TS Reminder: Free Movie, Music & Poetry at the Palace Today
touchst at cy-net.net
Fri May 4 05:31:33 CDT 2007
Don't forget the free Veterans for Peace movie
night tonight (May 4) at the Palace Theater in
downtown Bryan (105 S. Main). Musician Andrew
Hayes and the Revolution Slam Poetry team start
at 7 PM. The movie "Life is Beautiful" starts at
8:30 PM. For more information, see below or touchst at cy-net.net or 777-8758.
At 06:58 AM 4/30/2007, you wrote:
Our local chapter of the Veterans for Peace is
showing a free movie along with music and poetry
at the Palace Theater in downtown Bryan (105 S.
Main Street) this coming Friday evening (May
4). The movie is "Life is Beautiful". (I place
a review by Roger Ebert below.) Singer Andrew
Hayes and the Revolution Slam Poetry team will
each perform prior to the start of the movie.
The target audience for these movie nights
is high school and college-aged people who may
possibly soon be going into the military and
their parents. However, all those interested are
welcome and encouraged to attend. Please also
encourage others to attend as well. We would
like to have a good attendance and fill the Palace Theater.
The music and poetry start at 7 PM and the movie showing at 8:30.
For more information call me at 777-8758 or email touchst at cy-net.net.
Life Is Beautiful
Release Date: 1998
Ebert Rating: ***½
By Roger Ebert Oct 30, 1998
Some people become clowns; others have clownhood
thrust upon them. It is impossible to regard
Roberto Benigni without imagining him as a boy in
school, already a cutup, using humor to deflect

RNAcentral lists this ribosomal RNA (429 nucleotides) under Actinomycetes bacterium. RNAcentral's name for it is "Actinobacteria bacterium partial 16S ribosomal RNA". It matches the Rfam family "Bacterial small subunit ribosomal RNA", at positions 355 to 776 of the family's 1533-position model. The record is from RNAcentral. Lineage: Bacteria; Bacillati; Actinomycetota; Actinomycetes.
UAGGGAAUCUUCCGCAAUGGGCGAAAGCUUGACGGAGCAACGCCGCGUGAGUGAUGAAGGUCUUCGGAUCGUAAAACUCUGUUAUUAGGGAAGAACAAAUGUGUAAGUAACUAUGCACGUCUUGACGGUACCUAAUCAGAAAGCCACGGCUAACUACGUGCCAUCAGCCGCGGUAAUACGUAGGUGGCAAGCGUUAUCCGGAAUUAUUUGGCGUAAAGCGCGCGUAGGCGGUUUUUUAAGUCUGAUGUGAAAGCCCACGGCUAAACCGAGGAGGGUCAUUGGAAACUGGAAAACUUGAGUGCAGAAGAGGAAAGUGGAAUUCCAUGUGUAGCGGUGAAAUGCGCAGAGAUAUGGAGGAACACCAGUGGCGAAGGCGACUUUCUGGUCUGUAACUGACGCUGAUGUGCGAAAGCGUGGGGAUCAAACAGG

criticism and confuse his enemies. He looks goofy
and knows how he looks. I saw him once in a line
at airport customs, subtly turning a roomful of
tired and impatient travelers into an audience
for a subtle pantomime in which he was the
weariest and most put-upon. We had to smile.
``Life Is Beautiful'' is the role he was born to
play. The film falls into two parts. One is pure
comedy. The other smiles through tears. Benigni,
who also directed and co-wrote the movie, stars
as Guido, a hotel waiter in Italy in the 1930s.
Watching his adventures, we are reminded of Chaplin.
He arrives in town in a runaway car with failed
brakes and is mistaken for a visiting dignitary.
He falls in love instantly with the beautiful
Dora (Nicoletta Braschi, Benigni's real-life
wife). He becomes the undeclared rival of her
fiance, the Fascist town clerk. He makes friends
with the German doctor (Horst Buchholz) who is a
regular guest at the hotel and shares his love of
riddles. And by the fantastic manipulation of
carefully planned coincidences, he makes it
appear that he is fated to replace the dour Fascist in Dora's life.
All of this early material, the first long act of
the movie, is comedy--much of it silent comedy
involving the fate of a much-traveled hat. Only
well into the movie do we even learn the crucial
information that Guido is Jewish. Dora, a
gentile, quickly comes to love him, and in one
scene even conspires to meet him on the floor